The 2010 guidelines for diagnosis and management food allergy: tests should be based on medical history - do not order large panels of food testing. Sensitization alone is not sufficient for diagnosis of food allergy. Diagnosis is based on the combination of sensitization and clinical symptoms.
Delayed anaphylaxis to meat
Delayed anaphylaxis can occur due to alpha-1, 3 galactose in mammalian meats and milk. This is an example of carbohydrate (not protein) allergy. Alpha-gal sensitization may be triggered by tick or chigger bites. Alpha-gal sensitization may be associated with allergic reactions to cetuximab (food allegy link to drug allergy). Related reading: Delayed mammalian meat–induced anaphylaxis due to galactose-α-1,3-galactose in 5 European patients - JACI, 2011 and Ectoparasite-induced Galactose-α-1,3-Galactose–Specific IgE Is Associated with Anaphylaxis but Not Asthma http://goo.gl/tq86r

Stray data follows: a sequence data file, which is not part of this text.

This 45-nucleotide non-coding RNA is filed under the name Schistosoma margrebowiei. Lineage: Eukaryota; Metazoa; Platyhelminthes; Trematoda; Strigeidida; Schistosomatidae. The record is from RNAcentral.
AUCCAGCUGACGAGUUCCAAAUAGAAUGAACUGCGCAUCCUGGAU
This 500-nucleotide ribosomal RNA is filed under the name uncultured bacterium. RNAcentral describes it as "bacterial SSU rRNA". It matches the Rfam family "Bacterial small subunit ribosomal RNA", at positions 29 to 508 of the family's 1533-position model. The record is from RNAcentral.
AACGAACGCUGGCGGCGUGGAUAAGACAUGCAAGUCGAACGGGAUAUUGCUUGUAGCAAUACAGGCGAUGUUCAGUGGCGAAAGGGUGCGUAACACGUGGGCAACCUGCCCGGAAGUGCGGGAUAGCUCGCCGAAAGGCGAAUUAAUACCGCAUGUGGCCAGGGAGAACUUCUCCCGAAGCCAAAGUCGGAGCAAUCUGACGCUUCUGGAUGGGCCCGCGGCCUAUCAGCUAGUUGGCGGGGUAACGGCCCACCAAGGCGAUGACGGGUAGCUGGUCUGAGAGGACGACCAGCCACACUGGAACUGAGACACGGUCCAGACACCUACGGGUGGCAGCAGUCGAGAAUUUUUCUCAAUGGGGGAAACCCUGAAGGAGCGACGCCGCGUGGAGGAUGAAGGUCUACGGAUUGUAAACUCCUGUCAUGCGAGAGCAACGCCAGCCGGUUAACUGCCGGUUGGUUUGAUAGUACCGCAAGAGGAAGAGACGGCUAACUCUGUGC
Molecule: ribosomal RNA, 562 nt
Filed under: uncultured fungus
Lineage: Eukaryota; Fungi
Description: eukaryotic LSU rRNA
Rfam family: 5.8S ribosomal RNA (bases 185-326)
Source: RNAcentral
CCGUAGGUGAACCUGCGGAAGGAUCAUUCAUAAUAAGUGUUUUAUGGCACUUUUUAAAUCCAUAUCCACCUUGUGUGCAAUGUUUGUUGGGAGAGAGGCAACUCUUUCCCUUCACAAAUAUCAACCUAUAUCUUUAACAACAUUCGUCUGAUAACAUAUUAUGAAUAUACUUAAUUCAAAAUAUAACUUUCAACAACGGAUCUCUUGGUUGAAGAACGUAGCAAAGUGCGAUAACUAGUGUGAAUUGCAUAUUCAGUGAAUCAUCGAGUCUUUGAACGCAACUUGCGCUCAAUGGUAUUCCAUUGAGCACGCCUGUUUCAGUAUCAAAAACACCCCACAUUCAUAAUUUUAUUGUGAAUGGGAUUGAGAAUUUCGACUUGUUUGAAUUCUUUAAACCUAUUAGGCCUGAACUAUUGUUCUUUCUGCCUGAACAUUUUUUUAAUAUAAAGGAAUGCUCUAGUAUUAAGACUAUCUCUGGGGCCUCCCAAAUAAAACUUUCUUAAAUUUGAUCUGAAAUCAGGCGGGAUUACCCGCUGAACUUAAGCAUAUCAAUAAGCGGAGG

Milk protein is found in significant concentrations in products labeled "may contain", "shared equipment", or "shared facility". Recommendation: do not use foods with advisory label. Use caution with unlabeled foods from small companies.
Pregnancy and diet
There is Insufficient evidence to recommend dietary modification during pregnancy. In high risk food allergy families, peanut may be a notable exception.
Soybean oil and soy lecithin are generally well-tolerated in IgE-mediated soy allergy. Soy oil gets a “free pass” for soy allergic patients. Soy lecithin is also not a concern.
There are some patient who can't tolerate the oil and lecithin from soy (if soy-allergic). However, they don't develop anaphylaxis.
Peanut and sesame oils may contain trace amounts of protein (depending on how they are processed), so they should be avoided.
Allergenicity of refined vegetable oils is extremely low http://goo.gl/EzUgp
Food Allergy Cases, Clinical Notes, Mind Maps and Mnemonics at AllergyCases.org
Image source: Roasted peanuts as snack food, Wikipedia, public domain.